In one sense, Andrew's right.The scheme (pdf) increases the government's contingent liabilities; it might have to pay several billions if those guarantees are exercised. In this sense, the government's off-balance sheet debt has risen; Osborne has learnt from the last Labour government, and not from US experience*.
So how can I say the scheme will reduce government borrowing? Let's assume the plan does what it is intended to do, and so someone takes out a £100k mortgage they would not otherwise have taken.
This mortgage, however, is someone else's asset; the person selling the house gets an increase in their bank deposit.
Now, if this is all that happens, Andrew is right. The aggregate financial balance of households has not changed, so there is no reason why any other sector's financial balance should change.
But is this all that happens? Not necessarily. If the seller spends some of the proceeds on consumer goods, then households' aggregate financial balance declines, because the seller's bank deposits don't rise one-for-one with the mortgage. Another sector's financial balance must therefore increase. And this would be at least partly the government's, to the extent that its gets tax revenues from the home-sellers purchase of goods.
The same thing would happen if the rise in house prices caused by the extra demand might cause other homeowners to borrow more to fund consumer spending, either because their collateral has increased or simply because they feel richer.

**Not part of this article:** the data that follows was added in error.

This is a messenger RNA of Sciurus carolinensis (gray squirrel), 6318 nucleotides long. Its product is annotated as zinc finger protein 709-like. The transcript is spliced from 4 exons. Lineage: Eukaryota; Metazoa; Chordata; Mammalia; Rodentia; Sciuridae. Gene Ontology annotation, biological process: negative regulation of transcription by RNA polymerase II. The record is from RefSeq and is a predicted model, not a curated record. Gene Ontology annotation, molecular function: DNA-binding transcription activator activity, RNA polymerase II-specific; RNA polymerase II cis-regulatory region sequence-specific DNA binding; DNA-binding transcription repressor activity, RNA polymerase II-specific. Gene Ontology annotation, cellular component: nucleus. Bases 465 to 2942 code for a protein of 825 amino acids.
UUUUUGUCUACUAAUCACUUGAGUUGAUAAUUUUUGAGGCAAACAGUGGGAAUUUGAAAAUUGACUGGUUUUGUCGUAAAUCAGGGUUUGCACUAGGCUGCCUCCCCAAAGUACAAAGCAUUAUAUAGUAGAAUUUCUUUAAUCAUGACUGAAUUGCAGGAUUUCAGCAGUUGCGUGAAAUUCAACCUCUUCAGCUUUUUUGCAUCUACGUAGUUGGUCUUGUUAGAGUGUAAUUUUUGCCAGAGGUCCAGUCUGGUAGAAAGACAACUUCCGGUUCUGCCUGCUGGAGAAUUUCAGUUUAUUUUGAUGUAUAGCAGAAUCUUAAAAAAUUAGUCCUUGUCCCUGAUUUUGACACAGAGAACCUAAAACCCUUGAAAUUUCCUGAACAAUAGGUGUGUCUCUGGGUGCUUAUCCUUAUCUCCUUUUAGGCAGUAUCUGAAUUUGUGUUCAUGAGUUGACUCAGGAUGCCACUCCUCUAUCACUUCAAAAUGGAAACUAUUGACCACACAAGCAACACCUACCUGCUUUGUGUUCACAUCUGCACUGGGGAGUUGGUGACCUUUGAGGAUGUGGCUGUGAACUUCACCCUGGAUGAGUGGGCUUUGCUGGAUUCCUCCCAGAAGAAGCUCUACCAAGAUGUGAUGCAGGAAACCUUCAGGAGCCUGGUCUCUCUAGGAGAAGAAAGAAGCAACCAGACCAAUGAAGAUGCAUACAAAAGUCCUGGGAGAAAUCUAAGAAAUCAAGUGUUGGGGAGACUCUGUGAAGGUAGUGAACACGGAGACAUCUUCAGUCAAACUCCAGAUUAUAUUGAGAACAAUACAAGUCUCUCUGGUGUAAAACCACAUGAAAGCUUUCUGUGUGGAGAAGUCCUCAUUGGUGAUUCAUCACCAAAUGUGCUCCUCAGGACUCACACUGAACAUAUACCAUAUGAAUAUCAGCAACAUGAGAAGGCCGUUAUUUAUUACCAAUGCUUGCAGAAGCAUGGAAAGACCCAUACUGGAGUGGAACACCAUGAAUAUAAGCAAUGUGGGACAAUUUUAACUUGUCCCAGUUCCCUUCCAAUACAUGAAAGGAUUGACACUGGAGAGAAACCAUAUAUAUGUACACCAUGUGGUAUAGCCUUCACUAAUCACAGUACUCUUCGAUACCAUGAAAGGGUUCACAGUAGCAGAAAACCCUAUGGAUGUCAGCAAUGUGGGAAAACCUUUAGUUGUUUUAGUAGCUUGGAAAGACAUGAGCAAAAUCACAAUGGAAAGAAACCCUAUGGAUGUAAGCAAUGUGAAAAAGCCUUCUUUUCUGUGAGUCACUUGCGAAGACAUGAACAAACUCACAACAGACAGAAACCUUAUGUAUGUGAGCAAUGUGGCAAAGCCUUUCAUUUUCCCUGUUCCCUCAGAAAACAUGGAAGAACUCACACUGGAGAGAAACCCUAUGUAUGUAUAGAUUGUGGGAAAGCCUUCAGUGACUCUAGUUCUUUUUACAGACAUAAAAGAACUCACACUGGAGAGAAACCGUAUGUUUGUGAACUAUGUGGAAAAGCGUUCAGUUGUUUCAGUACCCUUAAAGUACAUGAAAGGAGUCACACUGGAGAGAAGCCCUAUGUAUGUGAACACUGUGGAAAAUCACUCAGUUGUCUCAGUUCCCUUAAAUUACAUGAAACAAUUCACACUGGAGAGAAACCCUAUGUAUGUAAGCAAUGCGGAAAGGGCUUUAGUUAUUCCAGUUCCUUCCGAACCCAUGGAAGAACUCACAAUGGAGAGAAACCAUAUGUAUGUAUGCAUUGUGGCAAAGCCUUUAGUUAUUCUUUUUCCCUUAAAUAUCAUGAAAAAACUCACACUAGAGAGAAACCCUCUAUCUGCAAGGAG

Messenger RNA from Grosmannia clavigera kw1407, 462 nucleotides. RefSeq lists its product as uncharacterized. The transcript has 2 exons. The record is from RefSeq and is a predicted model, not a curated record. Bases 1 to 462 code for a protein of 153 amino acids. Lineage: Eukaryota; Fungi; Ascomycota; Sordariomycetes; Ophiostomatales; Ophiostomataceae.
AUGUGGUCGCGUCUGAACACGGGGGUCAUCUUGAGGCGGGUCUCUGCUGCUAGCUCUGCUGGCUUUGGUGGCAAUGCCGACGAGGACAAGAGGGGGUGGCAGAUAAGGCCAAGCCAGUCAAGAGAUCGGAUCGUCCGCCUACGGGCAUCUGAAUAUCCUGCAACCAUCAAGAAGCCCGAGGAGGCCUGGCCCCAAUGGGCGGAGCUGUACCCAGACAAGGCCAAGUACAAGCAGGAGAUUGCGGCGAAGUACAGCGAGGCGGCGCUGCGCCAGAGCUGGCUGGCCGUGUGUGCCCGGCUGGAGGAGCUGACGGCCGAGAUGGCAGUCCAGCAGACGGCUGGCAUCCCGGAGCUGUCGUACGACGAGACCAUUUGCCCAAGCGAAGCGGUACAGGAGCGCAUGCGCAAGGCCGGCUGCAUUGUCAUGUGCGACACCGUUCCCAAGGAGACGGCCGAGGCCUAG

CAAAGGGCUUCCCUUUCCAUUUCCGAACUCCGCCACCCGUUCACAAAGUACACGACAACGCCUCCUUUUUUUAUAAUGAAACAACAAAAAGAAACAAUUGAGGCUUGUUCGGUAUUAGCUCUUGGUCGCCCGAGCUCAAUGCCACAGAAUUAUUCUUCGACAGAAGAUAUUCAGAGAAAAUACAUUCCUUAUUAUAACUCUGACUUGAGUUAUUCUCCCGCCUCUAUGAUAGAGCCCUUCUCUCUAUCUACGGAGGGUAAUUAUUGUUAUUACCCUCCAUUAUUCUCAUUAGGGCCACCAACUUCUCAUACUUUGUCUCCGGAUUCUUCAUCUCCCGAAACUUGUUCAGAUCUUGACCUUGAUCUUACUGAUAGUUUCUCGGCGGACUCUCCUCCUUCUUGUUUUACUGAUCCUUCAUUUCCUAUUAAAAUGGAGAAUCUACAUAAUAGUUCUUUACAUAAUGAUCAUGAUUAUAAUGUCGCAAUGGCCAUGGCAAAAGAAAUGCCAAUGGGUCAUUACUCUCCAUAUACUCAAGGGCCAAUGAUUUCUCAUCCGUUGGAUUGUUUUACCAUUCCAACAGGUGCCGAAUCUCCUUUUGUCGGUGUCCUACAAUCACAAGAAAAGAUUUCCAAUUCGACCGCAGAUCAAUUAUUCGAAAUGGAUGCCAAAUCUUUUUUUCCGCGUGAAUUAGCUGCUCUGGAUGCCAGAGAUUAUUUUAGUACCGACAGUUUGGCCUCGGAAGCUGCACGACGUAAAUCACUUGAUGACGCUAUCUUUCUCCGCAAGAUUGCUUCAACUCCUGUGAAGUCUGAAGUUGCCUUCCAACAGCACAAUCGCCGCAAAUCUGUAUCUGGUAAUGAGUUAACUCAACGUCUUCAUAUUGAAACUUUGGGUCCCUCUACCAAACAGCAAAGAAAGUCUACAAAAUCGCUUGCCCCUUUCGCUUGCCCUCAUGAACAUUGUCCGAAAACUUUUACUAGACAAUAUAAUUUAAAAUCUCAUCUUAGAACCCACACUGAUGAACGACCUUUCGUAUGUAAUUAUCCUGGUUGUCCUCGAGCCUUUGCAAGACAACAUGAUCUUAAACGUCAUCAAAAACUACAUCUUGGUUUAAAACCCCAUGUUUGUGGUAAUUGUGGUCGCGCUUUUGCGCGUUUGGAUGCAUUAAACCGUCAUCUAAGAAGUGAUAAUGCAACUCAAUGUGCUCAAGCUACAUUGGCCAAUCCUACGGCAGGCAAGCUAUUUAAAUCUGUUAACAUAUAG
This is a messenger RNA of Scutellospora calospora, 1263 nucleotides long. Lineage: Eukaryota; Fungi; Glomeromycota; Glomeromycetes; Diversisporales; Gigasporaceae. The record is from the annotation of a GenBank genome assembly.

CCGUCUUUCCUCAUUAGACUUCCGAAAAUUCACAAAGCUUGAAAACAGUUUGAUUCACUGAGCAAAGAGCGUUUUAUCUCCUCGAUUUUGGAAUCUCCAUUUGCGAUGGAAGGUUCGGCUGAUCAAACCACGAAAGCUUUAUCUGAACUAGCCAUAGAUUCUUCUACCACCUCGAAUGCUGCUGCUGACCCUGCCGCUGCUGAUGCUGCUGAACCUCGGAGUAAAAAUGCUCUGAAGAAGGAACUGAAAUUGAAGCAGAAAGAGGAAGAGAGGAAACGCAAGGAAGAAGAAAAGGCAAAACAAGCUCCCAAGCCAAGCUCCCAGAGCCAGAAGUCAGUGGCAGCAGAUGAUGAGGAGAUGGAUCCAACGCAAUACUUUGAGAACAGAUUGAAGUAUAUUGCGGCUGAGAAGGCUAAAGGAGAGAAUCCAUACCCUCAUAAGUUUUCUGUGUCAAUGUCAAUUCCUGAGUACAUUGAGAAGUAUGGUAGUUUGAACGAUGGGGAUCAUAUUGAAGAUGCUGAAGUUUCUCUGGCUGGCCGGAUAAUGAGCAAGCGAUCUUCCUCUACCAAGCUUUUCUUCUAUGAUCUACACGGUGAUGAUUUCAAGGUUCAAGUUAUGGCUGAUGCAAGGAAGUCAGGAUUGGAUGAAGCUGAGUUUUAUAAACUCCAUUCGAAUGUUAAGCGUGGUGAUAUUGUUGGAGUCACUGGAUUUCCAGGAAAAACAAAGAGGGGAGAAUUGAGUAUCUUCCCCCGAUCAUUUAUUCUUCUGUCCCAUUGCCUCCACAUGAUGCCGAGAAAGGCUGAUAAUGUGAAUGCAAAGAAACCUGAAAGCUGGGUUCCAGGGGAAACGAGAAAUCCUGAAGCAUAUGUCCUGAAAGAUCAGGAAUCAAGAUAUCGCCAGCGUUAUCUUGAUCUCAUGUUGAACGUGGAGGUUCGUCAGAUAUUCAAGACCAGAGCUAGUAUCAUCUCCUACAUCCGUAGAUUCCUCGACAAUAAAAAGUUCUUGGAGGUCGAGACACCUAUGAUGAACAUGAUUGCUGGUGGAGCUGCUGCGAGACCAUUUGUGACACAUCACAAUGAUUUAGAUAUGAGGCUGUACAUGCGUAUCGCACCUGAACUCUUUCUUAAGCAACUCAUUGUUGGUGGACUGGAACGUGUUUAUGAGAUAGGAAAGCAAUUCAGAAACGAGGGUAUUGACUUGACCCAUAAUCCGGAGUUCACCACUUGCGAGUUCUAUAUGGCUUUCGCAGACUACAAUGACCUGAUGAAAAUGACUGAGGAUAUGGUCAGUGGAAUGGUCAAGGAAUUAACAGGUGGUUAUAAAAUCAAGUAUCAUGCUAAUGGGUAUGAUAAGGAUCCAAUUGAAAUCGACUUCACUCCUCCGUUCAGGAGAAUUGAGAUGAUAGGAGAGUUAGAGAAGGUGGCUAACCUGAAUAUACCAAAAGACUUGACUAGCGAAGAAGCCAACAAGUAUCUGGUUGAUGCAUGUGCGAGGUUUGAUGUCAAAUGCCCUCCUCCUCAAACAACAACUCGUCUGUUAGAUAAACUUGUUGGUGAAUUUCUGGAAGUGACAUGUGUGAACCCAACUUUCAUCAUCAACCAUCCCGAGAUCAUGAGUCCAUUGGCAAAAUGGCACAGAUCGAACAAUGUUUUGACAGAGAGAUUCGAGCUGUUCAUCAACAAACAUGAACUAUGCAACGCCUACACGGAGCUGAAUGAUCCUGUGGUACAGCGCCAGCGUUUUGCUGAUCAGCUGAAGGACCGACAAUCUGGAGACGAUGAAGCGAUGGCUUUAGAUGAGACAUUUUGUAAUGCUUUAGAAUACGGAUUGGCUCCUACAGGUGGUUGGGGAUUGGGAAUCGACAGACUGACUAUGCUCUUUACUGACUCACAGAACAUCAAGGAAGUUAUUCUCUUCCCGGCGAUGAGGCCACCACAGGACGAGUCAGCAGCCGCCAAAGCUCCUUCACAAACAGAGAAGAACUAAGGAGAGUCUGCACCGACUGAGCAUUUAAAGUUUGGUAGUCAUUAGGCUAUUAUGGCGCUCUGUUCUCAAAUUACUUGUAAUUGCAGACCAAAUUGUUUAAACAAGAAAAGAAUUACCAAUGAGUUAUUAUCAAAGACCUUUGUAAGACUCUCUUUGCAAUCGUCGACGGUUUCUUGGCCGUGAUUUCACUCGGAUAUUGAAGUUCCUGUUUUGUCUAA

There's another possibility. Increase mortgage demand might encourage housebuilders to build more. This would mean they run down their cash balances as they buy materials and labour. This might reduce the corporate sector's aggregate financial surplus, depending on what materials' sellers do with the revenues. The counterpart to which would be an improved government financial balance - say, because of higher corporate taxes from materials' sellers.
These were the sort of mechanisms I had in mind. How might Andrew be right? One channel would be if the home-sellers, being currently highly geared, merely use the proceeds of their sale to pay off their mortgage and trade down. Another possibility would be if rising house prices cause people who'd like to buy a house to save more for a deposit; as Willem Buiter has said, housing isn't net wealth.
In theory, then, either Andrew or I might be right. My chart, however, suggests the odds favour me. It shows that there has historically been a correlation between house prices and households' financial balance. High prices, such as in 1988-98 and the mid-00s were associated with households' financial deficits, and low prices with surpluses. This makes me think that encouraging mortgage lending and raising house prices will increase households' aggregate financial deficit.
Now, accounting identities mean that if one sector has a higher deficit, another must have a higher surplus or lower deficit. There are only three possibilities here:
- Foreigners run a higher surplus, because the additional household borrowing is spent on imports. But the marginal propensity to import is less than one, so this isn't the whole story.
- The corporate sector's surplus rises. This would happen if housebuilders simply pocket the proceeds from additional house sales and don't reinvest them. If this happens then Osborne's hope of encouraging housebuilding will have failed.
- The government's deficit will fall, say because the extra spending associated with the declining household surplus brings in tax revenue. If Osborne's scheme works at all as he hopes, this must be at least part of the story.
* Fans of 1970s comedians might claim he's paid more attention to Balls than Fannie.